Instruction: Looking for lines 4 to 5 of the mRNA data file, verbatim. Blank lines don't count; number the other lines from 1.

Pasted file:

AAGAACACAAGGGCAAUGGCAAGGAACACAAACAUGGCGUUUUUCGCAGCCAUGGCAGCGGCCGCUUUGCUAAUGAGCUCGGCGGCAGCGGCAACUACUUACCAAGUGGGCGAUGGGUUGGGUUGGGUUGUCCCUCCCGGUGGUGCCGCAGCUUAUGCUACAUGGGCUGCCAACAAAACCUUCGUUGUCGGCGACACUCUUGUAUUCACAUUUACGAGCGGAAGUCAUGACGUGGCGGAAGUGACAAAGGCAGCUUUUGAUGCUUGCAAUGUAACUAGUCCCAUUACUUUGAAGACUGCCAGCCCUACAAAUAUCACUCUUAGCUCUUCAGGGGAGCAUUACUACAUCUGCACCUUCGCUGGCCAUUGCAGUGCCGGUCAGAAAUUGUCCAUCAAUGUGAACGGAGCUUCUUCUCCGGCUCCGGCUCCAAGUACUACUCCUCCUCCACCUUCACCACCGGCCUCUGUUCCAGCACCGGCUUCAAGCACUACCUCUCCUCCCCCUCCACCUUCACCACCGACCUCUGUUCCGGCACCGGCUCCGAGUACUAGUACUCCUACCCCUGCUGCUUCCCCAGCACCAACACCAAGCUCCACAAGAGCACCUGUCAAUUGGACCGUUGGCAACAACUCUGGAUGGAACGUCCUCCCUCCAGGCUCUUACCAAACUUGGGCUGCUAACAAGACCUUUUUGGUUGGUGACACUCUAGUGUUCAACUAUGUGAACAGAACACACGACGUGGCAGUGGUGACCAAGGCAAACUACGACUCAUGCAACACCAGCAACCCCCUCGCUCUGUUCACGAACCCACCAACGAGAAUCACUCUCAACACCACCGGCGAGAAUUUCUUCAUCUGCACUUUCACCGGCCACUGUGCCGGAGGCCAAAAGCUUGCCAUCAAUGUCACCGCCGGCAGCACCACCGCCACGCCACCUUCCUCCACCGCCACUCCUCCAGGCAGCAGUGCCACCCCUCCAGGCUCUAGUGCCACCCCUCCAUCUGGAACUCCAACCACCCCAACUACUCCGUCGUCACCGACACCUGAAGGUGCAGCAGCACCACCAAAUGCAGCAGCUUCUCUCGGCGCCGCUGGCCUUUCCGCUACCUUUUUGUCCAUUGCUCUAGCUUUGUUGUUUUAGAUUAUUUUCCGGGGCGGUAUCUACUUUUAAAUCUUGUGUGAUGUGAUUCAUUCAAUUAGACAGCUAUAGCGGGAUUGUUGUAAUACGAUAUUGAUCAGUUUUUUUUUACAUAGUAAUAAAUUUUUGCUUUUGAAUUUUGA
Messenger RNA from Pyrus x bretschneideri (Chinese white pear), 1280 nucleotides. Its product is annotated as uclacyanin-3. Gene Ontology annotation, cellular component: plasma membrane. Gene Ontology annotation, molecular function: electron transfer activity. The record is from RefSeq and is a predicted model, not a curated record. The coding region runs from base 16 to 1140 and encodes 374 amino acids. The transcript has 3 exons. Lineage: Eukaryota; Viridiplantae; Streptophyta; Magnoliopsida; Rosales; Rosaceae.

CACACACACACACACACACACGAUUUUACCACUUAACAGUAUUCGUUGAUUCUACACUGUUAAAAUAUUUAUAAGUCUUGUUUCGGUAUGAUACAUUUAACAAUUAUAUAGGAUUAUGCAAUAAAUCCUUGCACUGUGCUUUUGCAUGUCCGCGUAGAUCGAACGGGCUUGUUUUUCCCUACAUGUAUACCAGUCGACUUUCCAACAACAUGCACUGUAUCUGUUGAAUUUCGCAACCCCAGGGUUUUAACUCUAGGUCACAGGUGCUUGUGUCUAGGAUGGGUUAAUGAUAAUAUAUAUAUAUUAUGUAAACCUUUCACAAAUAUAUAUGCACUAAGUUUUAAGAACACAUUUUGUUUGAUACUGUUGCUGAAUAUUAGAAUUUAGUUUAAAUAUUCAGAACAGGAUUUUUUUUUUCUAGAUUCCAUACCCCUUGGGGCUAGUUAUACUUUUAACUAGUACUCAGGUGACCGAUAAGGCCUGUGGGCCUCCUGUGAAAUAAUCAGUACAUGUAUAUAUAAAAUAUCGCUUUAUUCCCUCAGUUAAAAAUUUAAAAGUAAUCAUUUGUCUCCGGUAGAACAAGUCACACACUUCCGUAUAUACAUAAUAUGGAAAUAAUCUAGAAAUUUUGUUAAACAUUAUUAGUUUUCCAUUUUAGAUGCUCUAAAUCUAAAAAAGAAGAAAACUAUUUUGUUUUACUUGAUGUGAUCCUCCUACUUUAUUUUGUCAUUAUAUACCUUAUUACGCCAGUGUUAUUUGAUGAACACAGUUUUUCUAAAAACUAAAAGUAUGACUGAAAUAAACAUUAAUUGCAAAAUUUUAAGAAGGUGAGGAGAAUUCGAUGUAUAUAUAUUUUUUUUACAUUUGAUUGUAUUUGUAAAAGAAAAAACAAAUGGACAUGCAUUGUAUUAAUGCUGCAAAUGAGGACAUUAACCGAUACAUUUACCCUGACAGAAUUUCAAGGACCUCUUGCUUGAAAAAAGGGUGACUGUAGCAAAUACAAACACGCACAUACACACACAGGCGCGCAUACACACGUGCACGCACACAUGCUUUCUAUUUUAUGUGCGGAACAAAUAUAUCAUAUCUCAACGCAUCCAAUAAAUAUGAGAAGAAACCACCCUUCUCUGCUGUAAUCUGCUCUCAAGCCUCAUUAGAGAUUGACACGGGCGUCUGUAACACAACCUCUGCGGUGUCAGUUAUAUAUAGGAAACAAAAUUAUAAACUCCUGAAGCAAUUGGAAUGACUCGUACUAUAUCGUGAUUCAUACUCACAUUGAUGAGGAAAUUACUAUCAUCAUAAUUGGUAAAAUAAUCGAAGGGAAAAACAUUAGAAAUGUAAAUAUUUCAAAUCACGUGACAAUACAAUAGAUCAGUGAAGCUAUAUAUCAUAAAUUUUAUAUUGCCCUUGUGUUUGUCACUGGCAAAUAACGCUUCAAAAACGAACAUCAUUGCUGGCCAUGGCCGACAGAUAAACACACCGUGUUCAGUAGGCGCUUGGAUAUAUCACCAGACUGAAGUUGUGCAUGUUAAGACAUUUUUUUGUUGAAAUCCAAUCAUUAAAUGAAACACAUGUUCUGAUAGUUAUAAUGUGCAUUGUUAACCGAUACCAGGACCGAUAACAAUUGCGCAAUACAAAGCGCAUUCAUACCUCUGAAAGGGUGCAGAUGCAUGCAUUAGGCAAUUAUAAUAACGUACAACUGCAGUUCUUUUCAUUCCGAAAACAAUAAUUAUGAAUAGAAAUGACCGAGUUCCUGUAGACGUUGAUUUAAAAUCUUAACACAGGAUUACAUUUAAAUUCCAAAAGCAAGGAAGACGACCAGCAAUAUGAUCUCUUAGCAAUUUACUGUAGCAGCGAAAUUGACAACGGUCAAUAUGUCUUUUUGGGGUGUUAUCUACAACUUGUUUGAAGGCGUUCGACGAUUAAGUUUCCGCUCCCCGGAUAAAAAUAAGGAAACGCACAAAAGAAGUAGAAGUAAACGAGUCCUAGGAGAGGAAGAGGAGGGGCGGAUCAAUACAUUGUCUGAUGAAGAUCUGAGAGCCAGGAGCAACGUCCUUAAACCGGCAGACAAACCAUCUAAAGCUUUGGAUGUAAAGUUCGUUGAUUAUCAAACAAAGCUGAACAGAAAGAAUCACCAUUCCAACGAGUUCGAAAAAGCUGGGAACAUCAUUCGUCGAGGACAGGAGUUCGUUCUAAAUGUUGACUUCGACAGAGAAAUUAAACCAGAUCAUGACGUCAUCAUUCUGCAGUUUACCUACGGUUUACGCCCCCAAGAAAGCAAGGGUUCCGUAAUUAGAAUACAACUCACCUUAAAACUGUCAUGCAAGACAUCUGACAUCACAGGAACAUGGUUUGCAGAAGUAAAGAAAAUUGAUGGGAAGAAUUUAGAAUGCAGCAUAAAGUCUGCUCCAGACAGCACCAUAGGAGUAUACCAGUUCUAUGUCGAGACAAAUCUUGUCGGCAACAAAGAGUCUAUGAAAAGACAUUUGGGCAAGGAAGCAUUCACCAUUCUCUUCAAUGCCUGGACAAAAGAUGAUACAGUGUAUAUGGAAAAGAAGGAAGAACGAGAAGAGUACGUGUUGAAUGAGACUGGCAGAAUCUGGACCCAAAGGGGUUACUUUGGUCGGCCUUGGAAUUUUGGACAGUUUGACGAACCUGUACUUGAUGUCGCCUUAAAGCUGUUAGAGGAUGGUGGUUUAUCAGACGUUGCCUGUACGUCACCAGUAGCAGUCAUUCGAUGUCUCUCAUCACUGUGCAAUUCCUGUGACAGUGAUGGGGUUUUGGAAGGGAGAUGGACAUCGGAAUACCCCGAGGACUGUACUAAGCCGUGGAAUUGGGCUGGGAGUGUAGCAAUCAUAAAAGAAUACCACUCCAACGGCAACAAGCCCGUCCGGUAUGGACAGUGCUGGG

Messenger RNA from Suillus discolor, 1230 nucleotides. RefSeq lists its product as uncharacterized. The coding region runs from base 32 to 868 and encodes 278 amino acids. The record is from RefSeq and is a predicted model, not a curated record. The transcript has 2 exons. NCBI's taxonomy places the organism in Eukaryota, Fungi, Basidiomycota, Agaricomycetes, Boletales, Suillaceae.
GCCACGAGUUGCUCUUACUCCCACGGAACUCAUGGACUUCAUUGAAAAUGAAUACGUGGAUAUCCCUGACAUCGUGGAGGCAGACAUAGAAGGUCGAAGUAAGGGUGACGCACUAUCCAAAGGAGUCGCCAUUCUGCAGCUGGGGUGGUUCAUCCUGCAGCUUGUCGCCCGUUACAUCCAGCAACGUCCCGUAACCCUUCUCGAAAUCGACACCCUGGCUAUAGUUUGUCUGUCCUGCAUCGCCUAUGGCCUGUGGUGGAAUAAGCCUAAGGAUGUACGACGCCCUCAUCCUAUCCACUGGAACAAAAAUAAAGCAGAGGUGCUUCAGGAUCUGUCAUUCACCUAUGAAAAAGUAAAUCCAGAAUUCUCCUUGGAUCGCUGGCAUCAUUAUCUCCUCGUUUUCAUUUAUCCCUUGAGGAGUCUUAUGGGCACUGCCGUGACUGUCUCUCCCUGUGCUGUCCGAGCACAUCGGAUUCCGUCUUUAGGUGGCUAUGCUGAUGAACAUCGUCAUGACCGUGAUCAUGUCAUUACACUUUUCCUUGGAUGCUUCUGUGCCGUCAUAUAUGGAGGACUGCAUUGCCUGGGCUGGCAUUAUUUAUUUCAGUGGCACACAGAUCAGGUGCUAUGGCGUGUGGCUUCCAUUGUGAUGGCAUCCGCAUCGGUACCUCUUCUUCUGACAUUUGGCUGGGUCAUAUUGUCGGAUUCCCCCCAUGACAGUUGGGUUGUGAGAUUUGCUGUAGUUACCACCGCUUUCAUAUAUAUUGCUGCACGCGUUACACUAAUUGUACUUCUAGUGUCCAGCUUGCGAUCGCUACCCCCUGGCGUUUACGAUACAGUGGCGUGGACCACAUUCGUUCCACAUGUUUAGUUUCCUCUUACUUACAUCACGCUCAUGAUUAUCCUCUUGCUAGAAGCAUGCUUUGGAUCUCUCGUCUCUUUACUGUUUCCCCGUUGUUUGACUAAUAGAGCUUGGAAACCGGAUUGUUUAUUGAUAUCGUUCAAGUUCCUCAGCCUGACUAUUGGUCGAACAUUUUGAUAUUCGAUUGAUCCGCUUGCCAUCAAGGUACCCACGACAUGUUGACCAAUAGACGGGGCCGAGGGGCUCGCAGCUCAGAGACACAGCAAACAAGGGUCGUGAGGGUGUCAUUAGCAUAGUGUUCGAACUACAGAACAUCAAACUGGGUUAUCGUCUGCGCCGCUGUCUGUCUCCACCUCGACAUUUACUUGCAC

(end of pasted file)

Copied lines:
Messenger RNA from Suillus discolor, 1230 nucleotides. RefSeq lists its product as uncharacterized. The coding region runs from base 32 to 868 and encodes 278 amino acids. The record is from RefSeq and is a predicted model, not a curated record. The transcript has 2 exons. NCBI's taxonomy places the organism in Eukaryota, Fungi, Basidiomycota, Agaricomycetes, Boletales, Suillaceae.
GCCACGAGUUGCUCUUACUCCCACGGAACUCAUGGACUUCAUUGAAAAUGAAUACGUGGAUAUCCCUGACAUCGUGGAGGCAGACAUAGAAGGUCGAAGUAAGGGUGACGCACUAUCCAAAGGAGUCGCCAUUCUGCAGCUGGGGUGGUUCAUCCUGCAGCUUGUCGCCCGUUACAUCCAGCAACGUCCCGUAACCCUUCUCGAAAUCGACACCCUGGCUAUAGUUUGUCUGUCCUGCAUCGCCUAUGGCCUGUGGUGGAAUAAGCCUAAGGAUGUACGACGCCCUCAUCCUAUCCACUGGAACAAAAAUAAAGCAGAGGUGCUUCAGGAUCUGUCAUUCACCUAUGAAAAAGUAAAUCCAGAAUUCUCCUUGGAUCGCUGGCAUCAUUAUCUCCUCGUUUUCAUUUAUCCCUUGAGGAGUCUUAUGGGCACUGCCGUGACUGUCUCUCCCUGUGCUGUCCGAGCACAUCGGAUUCCGUCUUUAGGUGGCUAUGCUGAUGAACAUCGUCAUGACCGUGAUCAUGUCAUUACACUUUUCCUUGGAUGCUUCUGUGCCGUCAUAUAUGGAGGACUGCAUUGCCUGGGCUGGCAUUAUUUAUUUCAGUGGCACACAGAUCAGGUGCUAUGGCGUGUGGCUUCCAUUGUGAUGGCAUCCGCAUCGGUACCUCUUCUUCUGACAUUUGGCUGGGUCAUAUUGUCGGAUUCCCCCCAUGACAGUUGGGUUGUGAGAUUUGCUGUAGUUACCACCGCUUUCAUAUAUAUUGCUGCACGCGUUACACUAAUUGUACUUCUAGUGUCCAGCUUGCGAUCGCUACCCCCUGGCGUUUACGAUACAGUGGCGUGGACCACAUUCGUUCCACAUGUUUAGUUUCCUCUUACUUACAUCACGCUCAUGAUUAUCCUCUUGCUAGAAGCAUGCUUUGGAUCUCUCGUCUCUUUACUGUUUCCCCGUUGUUUGACUAAUAGAGCUUGGAAACCGGAUUGUUUAUUGAUAUCGUUCAAGUUCCUCAGCCUGACUAUUGGUCGAACAUUUUGAUAUUCGAUUGAUCCGCUUGCCAUCAAGGUACCCACGACAUGUUGACCAAUAGACGGGGCCGAGGGGCUCGCAGCUCAGAGACACAGCAAACAAGGGUCGUGAGGGUGUCAUUAGCAUAGUGUUCGAACUACAGAACAUCAAACUGGGUUAUCGUCUGCGCCGCUGUCUGUCUCCACCUCGACAUUUACUUGCAC